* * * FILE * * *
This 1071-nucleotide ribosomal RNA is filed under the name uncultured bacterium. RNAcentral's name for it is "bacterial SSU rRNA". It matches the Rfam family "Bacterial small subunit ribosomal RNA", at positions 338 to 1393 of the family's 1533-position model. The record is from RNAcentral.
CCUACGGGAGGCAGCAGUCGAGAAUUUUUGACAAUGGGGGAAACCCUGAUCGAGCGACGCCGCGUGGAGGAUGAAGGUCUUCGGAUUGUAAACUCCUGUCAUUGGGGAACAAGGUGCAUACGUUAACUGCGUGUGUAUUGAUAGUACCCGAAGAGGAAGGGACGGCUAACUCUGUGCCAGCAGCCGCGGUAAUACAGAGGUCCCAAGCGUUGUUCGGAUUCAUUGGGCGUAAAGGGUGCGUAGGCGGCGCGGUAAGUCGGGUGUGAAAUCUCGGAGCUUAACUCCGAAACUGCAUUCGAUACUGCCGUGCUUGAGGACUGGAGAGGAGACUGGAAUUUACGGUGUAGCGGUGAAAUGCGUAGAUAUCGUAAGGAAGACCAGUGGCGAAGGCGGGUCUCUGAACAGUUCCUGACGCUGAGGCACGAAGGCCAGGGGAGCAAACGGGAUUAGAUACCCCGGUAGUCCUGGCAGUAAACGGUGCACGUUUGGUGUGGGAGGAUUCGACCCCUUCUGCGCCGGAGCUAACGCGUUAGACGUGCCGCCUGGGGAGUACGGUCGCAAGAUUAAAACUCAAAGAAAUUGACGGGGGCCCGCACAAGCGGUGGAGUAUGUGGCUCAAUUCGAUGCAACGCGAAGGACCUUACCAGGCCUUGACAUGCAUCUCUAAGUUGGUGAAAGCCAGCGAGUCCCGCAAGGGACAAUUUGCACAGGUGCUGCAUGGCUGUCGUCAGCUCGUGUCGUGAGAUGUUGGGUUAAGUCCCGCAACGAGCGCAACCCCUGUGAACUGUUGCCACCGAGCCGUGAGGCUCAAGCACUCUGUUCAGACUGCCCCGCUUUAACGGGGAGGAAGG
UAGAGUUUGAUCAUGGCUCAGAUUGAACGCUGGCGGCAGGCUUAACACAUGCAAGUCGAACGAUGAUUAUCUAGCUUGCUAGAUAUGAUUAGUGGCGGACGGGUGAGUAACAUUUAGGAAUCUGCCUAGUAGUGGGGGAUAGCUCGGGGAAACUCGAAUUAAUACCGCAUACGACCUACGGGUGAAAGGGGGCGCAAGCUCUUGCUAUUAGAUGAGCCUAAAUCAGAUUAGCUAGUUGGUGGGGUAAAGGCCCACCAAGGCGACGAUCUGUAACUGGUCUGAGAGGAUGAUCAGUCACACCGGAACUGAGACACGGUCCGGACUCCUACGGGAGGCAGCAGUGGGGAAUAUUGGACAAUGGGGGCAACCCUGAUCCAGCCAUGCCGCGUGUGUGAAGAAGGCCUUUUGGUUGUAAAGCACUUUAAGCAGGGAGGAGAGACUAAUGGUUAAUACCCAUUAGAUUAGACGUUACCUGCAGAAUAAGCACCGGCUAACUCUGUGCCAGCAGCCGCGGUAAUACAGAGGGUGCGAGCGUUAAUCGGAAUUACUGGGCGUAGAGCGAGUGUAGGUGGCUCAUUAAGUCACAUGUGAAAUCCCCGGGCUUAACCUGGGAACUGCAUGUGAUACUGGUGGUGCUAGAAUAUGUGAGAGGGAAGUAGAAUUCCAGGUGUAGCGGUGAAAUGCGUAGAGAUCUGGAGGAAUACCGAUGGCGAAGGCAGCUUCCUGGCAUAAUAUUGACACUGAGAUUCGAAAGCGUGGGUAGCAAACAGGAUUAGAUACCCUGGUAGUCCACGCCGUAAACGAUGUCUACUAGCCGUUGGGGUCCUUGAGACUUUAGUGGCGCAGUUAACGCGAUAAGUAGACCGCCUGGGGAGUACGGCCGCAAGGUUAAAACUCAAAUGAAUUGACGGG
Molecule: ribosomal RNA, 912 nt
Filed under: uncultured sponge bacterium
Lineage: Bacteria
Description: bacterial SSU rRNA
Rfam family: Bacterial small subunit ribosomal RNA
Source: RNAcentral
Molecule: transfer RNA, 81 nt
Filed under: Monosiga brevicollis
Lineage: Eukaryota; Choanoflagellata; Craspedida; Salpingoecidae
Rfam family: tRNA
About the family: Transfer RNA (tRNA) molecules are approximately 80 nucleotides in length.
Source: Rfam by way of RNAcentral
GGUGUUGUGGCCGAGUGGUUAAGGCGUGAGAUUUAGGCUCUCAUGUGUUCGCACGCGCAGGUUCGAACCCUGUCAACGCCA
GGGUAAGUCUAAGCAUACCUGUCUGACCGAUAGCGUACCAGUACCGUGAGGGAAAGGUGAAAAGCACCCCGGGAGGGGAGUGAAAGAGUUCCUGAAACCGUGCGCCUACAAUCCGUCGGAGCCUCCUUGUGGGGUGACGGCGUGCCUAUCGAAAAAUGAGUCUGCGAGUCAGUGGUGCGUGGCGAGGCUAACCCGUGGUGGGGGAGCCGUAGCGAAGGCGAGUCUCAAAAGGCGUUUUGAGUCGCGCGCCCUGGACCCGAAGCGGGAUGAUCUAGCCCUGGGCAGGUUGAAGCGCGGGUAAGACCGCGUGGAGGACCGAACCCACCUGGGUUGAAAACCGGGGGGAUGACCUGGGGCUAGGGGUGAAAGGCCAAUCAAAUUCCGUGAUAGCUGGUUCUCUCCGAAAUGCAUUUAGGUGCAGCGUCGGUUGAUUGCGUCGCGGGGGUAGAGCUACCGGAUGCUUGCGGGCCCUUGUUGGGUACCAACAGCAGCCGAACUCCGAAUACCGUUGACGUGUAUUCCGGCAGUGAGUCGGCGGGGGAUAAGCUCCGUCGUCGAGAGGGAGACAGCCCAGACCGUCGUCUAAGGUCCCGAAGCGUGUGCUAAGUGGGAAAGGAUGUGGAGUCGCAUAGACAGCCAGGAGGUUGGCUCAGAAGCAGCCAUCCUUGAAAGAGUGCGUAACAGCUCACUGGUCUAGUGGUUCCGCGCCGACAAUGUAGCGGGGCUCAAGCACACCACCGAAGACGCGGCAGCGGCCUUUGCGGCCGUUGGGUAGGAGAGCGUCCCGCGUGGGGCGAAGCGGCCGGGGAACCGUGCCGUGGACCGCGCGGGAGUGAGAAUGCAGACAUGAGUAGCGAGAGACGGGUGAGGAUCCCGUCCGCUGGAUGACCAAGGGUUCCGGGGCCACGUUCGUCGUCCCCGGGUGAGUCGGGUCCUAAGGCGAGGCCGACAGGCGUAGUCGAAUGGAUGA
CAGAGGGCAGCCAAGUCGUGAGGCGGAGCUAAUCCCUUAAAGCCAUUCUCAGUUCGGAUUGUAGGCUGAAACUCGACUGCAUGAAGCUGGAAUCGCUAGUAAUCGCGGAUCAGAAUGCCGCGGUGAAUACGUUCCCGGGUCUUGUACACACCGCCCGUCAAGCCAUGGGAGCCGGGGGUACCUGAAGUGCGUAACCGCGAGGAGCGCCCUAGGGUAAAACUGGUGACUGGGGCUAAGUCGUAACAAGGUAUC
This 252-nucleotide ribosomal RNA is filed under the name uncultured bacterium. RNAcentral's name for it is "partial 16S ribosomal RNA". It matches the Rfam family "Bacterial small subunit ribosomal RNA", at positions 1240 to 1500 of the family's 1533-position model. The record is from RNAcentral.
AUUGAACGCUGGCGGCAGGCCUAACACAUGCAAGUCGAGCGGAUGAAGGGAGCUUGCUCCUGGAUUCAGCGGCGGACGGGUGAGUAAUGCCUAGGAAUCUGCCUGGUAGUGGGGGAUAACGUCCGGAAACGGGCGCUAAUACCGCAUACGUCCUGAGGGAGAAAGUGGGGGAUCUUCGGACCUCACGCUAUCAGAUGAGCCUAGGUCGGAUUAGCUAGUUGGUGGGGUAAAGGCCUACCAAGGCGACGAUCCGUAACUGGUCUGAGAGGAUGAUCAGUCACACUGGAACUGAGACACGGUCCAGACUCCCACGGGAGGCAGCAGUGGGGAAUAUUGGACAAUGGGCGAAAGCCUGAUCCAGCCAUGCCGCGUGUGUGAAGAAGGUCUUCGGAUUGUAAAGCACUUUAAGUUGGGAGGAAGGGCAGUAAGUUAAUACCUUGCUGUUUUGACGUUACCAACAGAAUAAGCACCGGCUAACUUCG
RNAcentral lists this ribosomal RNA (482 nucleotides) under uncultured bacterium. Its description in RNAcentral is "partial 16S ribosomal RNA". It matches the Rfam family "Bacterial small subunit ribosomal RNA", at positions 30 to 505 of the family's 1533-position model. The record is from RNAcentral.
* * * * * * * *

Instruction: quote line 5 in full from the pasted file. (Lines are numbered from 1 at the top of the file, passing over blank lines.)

Filed under: uncultured sponge bacterium